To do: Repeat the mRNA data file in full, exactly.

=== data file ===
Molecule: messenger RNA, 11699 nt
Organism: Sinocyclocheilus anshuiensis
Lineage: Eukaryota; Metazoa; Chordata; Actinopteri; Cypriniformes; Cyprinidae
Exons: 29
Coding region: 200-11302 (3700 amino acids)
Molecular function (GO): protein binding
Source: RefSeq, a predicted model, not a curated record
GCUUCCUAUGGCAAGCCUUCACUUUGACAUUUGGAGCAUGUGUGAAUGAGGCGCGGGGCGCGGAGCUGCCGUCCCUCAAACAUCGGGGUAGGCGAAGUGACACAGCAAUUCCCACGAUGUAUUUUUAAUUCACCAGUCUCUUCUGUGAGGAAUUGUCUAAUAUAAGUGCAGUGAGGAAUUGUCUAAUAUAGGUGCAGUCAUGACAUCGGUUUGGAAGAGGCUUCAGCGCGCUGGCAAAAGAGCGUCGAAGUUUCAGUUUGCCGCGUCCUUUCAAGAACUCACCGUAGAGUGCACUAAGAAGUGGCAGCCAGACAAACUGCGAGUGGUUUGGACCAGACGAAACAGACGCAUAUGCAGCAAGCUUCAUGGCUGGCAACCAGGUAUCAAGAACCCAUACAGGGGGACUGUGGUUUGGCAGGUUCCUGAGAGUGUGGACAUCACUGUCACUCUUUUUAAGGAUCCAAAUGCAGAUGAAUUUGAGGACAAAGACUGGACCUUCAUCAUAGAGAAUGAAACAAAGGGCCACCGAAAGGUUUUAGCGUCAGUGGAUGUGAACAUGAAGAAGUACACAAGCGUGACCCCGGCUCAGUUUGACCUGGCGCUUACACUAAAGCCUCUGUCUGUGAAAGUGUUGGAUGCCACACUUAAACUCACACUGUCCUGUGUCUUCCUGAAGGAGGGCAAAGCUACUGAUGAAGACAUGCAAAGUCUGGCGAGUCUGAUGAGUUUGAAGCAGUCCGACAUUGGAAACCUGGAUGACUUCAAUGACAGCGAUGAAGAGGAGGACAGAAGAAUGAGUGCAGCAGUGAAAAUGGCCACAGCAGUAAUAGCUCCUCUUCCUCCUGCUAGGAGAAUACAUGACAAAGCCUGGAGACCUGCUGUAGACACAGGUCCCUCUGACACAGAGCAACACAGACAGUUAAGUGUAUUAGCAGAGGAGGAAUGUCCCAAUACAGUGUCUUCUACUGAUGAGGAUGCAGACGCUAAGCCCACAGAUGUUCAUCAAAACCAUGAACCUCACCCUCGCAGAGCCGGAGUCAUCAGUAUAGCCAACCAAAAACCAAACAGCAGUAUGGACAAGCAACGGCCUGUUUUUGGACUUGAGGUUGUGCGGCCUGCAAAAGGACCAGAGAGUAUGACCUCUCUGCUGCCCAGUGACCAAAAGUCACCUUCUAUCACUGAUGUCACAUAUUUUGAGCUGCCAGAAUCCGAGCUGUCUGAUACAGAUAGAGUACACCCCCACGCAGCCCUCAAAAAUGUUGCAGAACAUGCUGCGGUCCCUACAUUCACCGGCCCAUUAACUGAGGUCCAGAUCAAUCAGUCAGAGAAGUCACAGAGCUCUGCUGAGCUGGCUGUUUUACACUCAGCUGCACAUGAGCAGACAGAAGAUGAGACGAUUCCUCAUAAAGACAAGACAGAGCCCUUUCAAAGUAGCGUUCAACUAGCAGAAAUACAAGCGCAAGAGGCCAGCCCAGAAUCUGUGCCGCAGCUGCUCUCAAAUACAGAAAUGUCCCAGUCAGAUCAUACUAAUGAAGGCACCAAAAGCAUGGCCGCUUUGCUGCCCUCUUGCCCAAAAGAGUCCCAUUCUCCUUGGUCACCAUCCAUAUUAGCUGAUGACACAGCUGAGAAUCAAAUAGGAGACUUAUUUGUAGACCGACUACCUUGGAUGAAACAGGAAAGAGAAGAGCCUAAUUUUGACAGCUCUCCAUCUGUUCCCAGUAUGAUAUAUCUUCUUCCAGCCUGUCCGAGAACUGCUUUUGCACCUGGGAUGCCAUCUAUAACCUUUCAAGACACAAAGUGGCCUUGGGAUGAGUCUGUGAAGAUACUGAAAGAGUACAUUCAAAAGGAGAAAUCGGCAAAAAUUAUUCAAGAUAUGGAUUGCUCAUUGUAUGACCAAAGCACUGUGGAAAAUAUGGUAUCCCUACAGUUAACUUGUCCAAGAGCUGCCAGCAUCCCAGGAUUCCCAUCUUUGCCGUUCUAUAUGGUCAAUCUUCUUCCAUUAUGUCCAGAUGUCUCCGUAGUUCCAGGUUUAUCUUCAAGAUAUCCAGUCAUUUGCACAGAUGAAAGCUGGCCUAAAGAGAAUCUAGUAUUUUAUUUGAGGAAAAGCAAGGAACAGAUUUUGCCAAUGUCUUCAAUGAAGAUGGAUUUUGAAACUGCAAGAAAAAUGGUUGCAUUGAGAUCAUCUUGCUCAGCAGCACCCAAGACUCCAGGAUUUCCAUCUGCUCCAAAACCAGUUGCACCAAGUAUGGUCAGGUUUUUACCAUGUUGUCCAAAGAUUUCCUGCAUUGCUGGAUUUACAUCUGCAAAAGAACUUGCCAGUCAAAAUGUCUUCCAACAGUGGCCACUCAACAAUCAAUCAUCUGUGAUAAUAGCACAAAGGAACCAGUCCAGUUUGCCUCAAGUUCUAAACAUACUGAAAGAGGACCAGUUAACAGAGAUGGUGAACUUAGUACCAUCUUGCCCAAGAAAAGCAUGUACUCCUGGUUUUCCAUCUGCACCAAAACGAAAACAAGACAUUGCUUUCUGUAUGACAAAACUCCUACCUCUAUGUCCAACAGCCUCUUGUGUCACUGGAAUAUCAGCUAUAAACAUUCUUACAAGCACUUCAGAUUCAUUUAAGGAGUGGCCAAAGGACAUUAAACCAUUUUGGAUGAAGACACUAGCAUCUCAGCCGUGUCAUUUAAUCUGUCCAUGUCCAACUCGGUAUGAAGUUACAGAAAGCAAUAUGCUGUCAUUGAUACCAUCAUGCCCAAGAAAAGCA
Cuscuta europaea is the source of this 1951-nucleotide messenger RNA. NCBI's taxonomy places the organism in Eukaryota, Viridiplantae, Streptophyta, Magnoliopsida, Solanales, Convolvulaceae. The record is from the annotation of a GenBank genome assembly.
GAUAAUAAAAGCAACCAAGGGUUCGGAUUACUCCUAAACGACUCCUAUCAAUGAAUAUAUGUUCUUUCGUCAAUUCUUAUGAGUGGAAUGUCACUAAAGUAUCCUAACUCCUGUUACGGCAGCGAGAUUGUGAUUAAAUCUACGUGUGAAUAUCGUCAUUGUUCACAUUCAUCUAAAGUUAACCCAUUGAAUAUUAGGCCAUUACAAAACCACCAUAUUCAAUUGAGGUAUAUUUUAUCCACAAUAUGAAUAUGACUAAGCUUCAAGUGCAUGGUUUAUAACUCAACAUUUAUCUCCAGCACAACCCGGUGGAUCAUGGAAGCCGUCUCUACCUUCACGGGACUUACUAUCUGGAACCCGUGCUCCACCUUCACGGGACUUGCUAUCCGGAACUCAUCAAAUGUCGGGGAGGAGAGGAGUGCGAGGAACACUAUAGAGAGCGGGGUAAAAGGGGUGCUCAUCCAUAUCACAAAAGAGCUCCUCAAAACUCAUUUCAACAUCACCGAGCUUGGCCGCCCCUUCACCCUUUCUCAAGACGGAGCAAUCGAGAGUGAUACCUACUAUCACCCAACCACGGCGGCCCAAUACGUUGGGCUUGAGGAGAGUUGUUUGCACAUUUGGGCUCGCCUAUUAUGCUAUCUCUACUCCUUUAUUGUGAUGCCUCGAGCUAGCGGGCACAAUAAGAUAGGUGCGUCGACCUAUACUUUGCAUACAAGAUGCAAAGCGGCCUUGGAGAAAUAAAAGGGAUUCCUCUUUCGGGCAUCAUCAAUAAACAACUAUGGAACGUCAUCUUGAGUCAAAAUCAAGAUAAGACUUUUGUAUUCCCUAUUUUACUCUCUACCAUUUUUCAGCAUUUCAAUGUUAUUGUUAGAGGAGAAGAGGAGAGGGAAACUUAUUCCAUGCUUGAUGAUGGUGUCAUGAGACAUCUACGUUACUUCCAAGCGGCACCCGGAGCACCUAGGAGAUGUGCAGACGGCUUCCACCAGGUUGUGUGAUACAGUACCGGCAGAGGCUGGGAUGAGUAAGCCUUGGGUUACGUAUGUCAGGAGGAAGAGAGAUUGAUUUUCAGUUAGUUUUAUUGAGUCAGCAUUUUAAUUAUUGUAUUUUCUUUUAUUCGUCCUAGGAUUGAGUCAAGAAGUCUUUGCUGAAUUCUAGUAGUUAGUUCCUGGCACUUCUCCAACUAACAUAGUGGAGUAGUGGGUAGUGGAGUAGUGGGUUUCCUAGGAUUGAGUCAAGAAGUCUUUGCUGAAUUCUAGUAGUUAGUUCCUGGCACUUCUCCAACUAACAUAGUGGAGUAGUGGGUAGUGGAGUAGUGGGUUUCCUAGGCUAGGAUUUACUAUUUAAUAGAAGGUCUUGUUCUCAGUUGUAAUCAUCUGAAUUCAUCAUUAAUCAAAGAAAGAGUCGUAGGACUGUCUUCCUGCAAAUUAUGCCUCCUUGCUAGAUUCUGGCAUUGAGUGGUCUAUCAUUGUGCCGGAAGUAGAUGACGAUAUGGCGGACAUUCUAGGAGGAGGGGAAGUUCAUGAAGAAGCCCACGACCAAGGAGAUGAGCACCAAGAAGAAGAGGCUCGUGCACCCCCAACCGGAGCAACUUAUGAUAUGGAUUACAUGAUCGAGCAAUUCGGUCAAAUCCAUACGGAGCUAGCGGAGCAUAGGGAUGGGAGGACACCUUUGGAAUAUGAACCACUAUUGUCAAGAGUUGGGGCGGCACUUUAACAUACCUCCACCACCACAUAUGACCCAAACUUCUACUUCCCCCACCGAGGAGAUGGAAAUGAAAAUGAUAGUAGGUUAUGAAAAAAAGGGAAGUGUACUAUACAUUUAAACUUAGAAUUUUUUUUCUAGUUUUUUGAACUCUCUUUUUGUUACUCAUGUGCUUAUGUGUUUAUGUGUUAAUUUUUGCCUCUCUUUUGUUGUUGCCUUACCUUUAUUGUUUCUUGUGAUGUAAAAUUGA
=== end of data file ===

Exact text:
Molecule: messenger RNA, 11699 nt
Organism: Sinocyclocheilus anshuiensis
Lineage: Eukaryota; Metazoa; Chordata; Actinopteri; Cypriniformes; Cyprinidae
Exons: 29
Coding region: 200-11302 (3700 amino acids)
Molecular function (GO): protein binding
Source: RefSeq, a predicted model, not a curated record
GCUUCCUAUGGCAAGCCUUCACUUUGACAUUUGGAGCAUGUGUGAAUGAGGCGCGGGGCGCGGAGCUGCCGUCCCUCAAACAUCGGGGUAGGCGAAGUGACACAGCAAUUCCCACGAUGUAUUUUUAAUUCACCAGUCUCUUCUGUGAGGAAUUGUCUAAUAUAAGUGCAGUGAGGAAUUGUCUAAUAUAGGUGCAGUCAUGACAUCGGUUUGGAAGAGGCUUCAGCGCGCUGGCAAAAGAGCGUCGAAGUUUCAGUUUGCCGCGUCCUUUCAAGAACUCACCGUAGAGUGCACUAAGAAGUGGCAGCCAGACAAACUGCGAGUGGUUUGGACCAGACGAAACAGACGCAUAUGCAGCAAGCUUCAUGGCUGGCAACCAGGUAUCAAGAACCCAUACAGGGGGACUGUGGUUUGGCAGGUUCCUGAGAGUGUGGACAUCACUGUCACUCUUUUUAAGGAUCCAAAUGCAGAUGAAUUUGAGGACAAAGACUGGACCUUCAUCAUAGAGAAUGAAACAAAGGGCCACCGAAAGGUUUUAGCGUCAGUGGAUGUGAACAUGAAGAAGUACACAAGCGUGACCCCGGCUCAGUUUGACCUGGCGCUUACACUAAAGCCUCUGUCUGUGAAAGUGUUGGAUGCCACACUUAAACUCACACUGUCCUGUGUCUUCCUGAAGGAGGGCAAAGCUACUGAUGAAGACAUGCAAAGUCUGGCGAGUCUGAUGAGUUUGAAGCAGUCCGACAUUGGAAACCUGGAUGACUUCAAUGACAGCGAUGAAGAGGAGGACAGAAGAAUGAGUGCAGCAGUGAAAAUGGCCACAGCAGUAAUAGCUCCUCUUCCUCCUGCUAGGAGAAUACAUGACAAAGCCUGGAGACCUGCUGUAGACACAGGUCCCUCUGACACAGAGCAACACAGACAGUUAAGUGUAUUAGCAGAGGAGGAAUGUCCCAAUACAGUGUCUUCUACUGAUGAGGAUGCAGACGCUAAGCCCACAGAUGUUCAUCAAAACCAUGAACCUCACCCUCGCAGAGCCGGAGUCAUCAGUAUAGCCAACCAAAAACCAAACAGCAGUAUGGACAAGCAACGGCCUGUUUUUGGACUUGAGGUUGUGCGGCCUGCAAAAGGACCAGAGAGUAUGACCUCUCUGCUGCCCAGUGACCAAAAGUCACCUUCUAUCACUGAUGUCACAUAUUUUGAGCUGCCAGAAUCCGAGCUGUCUGAUACAGAUAGAGUACACCCCCACGCAGCCCUCAAAAAUGUUGCAGAACAUGCUGCGGUCCCUACAUUCACCGGCCCAUUAACUGAGGUCCAGAUCAAUCAGUCAGAGAAGUCACAGAGCUCUGCUGAGCUGGCUGUUUUACACUCAGCUGCACAUGAGCAGACAGAAGAUGAGACGAUUCCUCAUAAAGACAAGACAGAGCCCUUUCAAAGUAGCGUUCAACUAGCAGAAAUACAAGCGCAAGAGGCCAGCCCAGAAUCUGUGCCGCAGCUGCUCUCAAAUACAGAAAUGUCCCAGUCAGAUCAUACUAAUGAAGGCACCAAAAGCAUGGCCGCUUUGCUGCCCUCUUGCCCAAAAGAGUCCCAUUCUCCUUGGUCACCAUCCAUAUUAGCUGAUGACACAGCUGAGAAUCAAAUAGGAGACUUAUUUGUAGACCGACUACCUUGGAUGAAACAGGAAAGAGAAGAGCCUAAUUUUGACAGCUCUCCAUCUGUUCCCAGUAUGAUAUAUCUUCUUCCAGCCUGUCCGAGAACUGCUUUUGCACCUGGGAUGCCAUCUAUAACCUUUCAAGACACAAAGUGGCCUUGGGAUGAGUCUGUGAAGAUACUGAAAGAGUACAUUCAAAAGGAGAAAUCGGCAAAAAUUAUUCAAGAUAUGGAUUGCUCAUUGUAUGACCAAAGCACUGUGGAAAAUAUGGUAUCCCUACAGUUAACUUGUCCAAGAGCUGCCAGCAUCCCAGGAUUCCCAUCUUUGCCGUUCUAUAUGGUCAAUCUUCUUCCAUUAUGUCCAGAUGUCUCCGUAGUUCCAGGUUUAUCUUCAAGAUAUCCAGUCAUUUGCACAGAUGAAAGCUGGCCUAAAGAGAAUCUAGUAUUUUAUUUGAGGAAAAGCAAGGAACAGAUUUUGCCAAUGUCUUCAAUGAAGAUGGAUUUUGAAACUGCAAGAAAAAUGGUUGCAUUGAGAUCAUCUUGCUCAGCAGCACCCAAGACUCCAGGAUUUCCAUCUGCUCCAAAACCAGUUGCACCAAGUAUGGUCAGGUUUUUACCAUGUUGUCCAAAGAUUUCCUGCAUUGCUGGAUUUACAUCUGCAAAAGAACUUGCCAGUCAAAAUGUCUUCCAACAGUGGCCACUCAACAAUCAAUCAUCUGUGAUAAUAGCACAAAGGAACCAGUCCAGUUUGCCUCAAGUUCUAAACAUACUGAAAGAGGACCAGUUAACAGAGAUGGUGAACUUAGUACCAUCUUGCCCAAGAAAAGCAUGUACUCCUGGUUUUCCAUCUGCACCAAAACGAAAACAAGACAUUGCUUUCUGUAUGACAAAACUCCUACCUCUAUGUCCAACAGCCUCUUGUGUCACUGGAAUAUCAGCUAUAAACAUUCUUACAAGCACUUCAGAUUCAUUUAAGGAGUGGCCAAAGGACAUUAAACCAUUUUGGAUGAAGACACUAGCAUCUCAGCCGUGUCAUUUAAUCUGUCCAUGUCCAACUCGGUAUGAAGUUACAGAAAGCAAUAUGCUGUCAUUGAUACCAUCAUGCCCAAGAAAAGCA
Cuscuta europaea is the source of this 1951-nucleotide messenger RNA. NCBI's taxonomy places the organism in Eukaryota, Viridiplantae, Streptophyta, Magnoliopsida, Solanales, Convolvulaceae. The record is from the annotation of a GenBank genome assembly.
GAUAAUAAAAGCAACCAAGGGUUCGGAUUACUCCUAAACGACUCCUAUCAAUGAAUAUAUGUUCUUUCGUCAAUUCUUAUGAGUGGAAUGUCACUAAAGUAUCCUAACUCCUGUUACGGCAGCGAGAUUGUGAUUAAAUCUACGUGUGAAUAUCGUCAUUGUUCACAUUCAUCUAAAGUUAACCCAUUGAAUAUUAGGCCAUUACAAAACCACCAUAUUCAAUUGAGGUAUAUUUUAUCCACAAUAUGAAUAUGACUAAGCUUCAAGUGCAUGGUUUAUAACUCAACAUUUAUCUCCAGCACAACCCGGUGGAUCAUGGAAGCCGUCUCUACCUUCACGGGACUUACUAUCUGGAACCCGUGCUCCACCUUCACGGGACUUGCUAUCCGGAACUCAUCAAAUGUCGGGGAGGAGAGGAGUGCGAGGAACACUAUAGAGAGCGGGGUAAAAGGGGUGCUCAUCCAUAUCACAAAAGAGCUCCUCAAAACUCAUUUCAACAUCACCGAGCUUGGCCGCCCCUUCACCCUUUCUCAAGACGGAGCAAUCGAGAGUGAUACCUACUAUCACCCAACCACGGCGGCCCAAUACGUUGGGCUUGAGGAGAGUUGUUUGCACAUUUGGGCUCGCCUAUUAUGCUAUCUCUACUCCUUUAUUGUGAUGCCUCGAGCUAGCGGGCACAAUAAGAUAGGUGCGUCGACCUAUACUUUGCAUACAAGAUGCAAAGCGGCCUUGGAGAAAUAAAAGGGAUUCCUCUUUCGGGCAUCAUCAAUAAACAACUAUGGAACGUCAUCUUGAGUCAAAAUCAAGAUAAGACUUUUGUAUUCCCUAUUUUACUCUCUACCAUUUUUCAGCAUUUCAAUGUUAUUGUUAGAGGAGAAGAGGAGAGGGAAACUUAUUCCAUGCUUGAUGAUGGUGUCAUGAGACAUCUACGUUACUUCCAAGCGGCACCCGGAGCACCUAGGAGAUGUGCAGACGGCUUCCACCAGGUUGUGUGAUACAGUACCGGCAGAGGCUGGGAUGAGUAAGCCUUGGGUUACGUAUGUCAGGAGGAAGAGAGAUUGAUUUUCAGUUAGUUUUAUUGAGUCAGCAUUUUAAUUAUUGUAUUUUCUUUUAUUCGUCCUAGGAUUGAGUCAAGAAGUCUUUGCUGAAUUCUAGUAGUUAGUUCCUGGCACUUCUCCAACUAACAUAGUGGAGUAGUGGGUAGUGGAGUAGUGGGUUUCCUAGGAUUGAGUCAAGAAGUCUUUGCUGAAUUCUAGUAGUUAGUUCCUGGCACUUCUCCAACUAACAUAGUGGAGUAGUGGGUAGUGGAGUAGUGGGUUUCCUAGGCUAGGAUUUACUAUUUAAUAGAAGGUCUUGUUCUCAGUUGUAAUCAUCUGAAUUCAUCAUUAAUCAAAGAAAGAGUCGUAGGACUGUCUUCCUGCAAAUUAUGCCUCCUUGCUAGAUUCUGGCAUUGAGUGGUCUAUCAUUGUGCCGGAAGUAGAUGACGAUAUGGCGGACAUUCUAGGAGGAGGGGAAGUUCAUGAAGAAGCCCACGACCAAGGAGAUGAGCACCAAGAAGAAGAGGCUCGUGCACCCCCAACCGGAGCAACUUAUGAUAUGGAUUACAUGAUCGAGCAAUUCGGUCAAAUCCAUACGGAGCUAGCGGAGCAUAGGGAUGGGAGGACACCUUUGGAAUAUGAACCACUAUUGUCAAGAGUUGGGGCGGCACUUUAACAUACCUCCACCACCACAUAUGACCCAAACUUCUACUUCCCCCACCGAGGAGAUGGAAAUGAAAAUGAUAGUAGGUUAUGAAAAAAAGGGAAGUGUACUAUACAUUUAAACUUAGAAUUUUUUUUCUAGUUUUUUGAACUCUCUUUUUGUUACUCAUGUGCUUAUGUGUUUAUGUGUUAAUUUUUGCCUCUCUUUUGUUGUUGCCUUACCUUUAUUGUUUCUUGUGAUGUAAAAUUGA